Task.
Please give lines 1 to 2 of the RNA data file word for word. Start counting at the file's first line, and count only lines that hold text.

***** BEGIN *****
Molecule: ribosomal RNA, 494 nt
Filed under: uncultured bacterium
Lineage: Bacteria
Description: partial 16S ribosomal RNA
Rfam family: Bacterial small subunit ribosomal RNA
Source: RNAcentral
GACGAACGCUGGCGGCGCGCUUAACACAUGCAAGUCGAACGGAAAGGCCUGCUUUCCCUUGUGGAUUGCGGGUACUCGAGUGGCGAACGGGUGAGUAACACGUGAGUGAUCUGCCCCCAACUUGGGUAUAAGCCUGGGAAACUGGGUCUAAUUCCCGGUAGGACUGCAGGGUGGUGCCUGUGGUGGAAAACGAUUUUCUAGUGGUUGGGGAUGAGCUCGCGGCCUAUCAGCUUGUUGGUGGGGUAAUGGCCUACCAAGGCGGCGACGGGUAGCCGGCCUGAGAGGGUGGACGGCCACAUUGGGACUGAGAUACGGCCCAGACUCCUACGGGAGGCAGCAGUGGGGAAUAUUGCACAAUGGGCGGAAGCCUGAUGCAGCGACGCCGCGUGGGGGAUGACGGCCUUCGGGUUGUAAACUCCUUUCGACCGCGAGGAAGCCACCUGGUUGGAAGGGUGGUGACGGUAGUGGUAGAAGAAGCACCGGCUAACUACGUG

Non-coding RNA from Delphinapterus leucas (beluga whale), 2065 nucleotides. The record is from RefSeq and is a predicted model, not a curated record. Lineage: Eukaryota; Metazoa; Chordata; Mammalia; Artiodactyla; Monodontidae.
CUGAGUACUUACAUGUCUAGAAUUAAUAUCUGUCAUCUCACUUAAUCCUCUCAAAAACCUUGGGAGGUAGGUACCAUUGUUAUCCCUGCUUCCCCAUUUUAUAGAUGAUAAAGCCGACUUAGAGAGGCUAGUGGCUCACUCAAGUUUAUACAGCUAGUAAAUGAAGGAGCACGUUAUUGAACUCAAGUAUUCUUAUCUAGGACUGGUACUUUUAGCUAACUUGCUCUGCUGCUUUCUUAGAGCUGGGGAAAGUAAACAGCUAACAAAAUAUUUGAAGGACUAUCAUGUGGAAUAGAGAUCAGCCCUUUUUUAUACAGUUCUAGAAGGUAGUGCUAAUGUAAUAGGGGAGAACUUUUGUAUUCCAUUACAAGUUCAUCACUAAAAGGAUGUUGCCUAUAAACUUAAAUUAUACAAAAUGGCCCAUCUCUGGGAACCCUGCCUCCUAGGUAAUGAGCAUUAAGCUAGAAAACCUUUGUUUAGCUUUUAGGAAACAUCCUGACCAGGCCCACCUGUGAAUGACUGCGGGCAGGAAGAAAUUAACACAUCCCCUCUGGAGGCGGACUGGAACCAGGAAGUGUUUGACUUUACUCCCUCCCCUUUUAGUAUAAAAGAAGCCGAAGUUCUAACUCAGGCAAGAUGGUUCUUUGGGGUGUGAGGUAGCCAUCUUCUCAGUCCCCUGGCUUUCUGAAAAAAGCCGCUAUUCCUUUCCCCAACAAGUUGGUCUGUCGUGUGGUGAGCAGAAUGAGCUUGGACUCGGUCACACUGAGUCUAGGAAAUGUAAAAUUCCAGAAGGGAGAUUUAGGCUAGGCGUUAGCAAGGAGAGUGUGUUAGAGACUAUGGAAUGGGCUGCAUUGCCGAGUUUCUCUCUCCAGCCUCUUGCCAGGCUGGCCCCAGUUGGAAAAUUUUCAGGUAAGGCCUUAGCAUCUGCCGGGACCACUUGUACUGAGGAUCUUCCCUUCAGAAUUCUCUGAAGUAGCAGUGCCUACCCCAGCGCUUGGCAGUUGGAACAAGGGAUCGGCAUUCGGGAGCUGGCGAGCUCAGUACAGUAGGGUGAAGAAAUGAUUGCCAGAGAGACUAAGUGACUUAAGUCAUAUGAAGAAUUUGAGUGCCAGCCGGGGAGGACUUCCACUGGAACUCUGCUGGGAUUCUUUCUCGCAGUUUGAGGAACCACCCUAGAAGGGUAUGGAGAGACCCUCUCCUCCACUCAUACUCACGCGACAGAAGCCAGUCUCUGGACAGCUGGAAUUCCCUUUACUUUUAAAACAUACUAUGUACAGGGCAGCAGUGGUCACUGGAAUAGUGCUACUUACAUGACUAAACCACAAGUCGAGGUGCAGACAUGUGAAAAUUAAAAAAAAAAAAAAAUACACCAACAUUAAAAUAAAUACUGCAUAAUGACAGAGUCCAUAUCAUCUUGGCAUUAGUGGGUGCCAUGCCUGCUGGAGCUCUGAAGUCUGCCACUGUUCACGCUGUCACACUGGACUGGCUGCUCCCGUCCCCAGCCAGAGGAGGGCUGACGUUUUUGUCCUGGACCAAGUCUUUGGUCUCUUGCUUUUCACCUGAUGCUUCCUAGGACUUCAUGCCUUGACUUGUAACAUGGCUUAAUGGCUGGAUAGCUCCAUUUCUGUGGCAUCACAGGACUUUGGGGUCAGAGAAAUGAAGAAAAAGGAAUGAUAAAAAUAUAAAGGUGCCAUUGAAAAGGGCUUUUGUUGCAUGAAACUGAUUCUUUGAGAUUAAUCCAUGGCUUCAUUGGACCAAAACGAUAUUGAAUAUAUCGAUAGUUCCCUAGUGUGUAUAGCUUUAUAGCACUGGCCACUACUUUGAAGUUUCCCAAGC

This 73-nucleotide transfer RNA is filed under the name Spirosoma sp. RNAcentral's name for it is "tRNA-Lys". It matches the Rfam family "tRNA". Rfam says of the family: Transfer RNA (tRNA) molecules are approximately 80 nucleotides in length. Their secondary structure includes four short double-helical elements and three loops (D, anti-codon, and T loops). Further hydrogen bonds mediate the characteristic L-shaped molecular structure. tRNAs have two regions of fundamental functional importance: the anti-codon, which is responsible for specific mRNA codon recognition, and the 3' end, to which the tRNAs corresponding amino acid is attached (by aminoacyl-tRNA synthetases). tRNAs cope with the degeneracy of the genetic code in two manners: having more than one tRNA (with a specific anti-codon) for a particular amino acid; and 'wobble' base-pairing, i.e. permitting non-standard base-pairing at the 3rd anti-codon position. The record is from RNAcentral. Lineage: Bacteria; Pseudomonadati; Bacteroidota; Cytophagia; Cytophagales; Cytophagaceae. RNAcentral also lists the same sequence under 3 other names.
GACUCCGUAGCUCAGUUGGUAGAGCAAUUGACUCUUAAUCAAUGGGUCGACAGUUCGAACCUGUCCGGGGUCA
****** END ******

Molecule: ribosomal RNA, 494 nt
Filed under: uncultured bacterium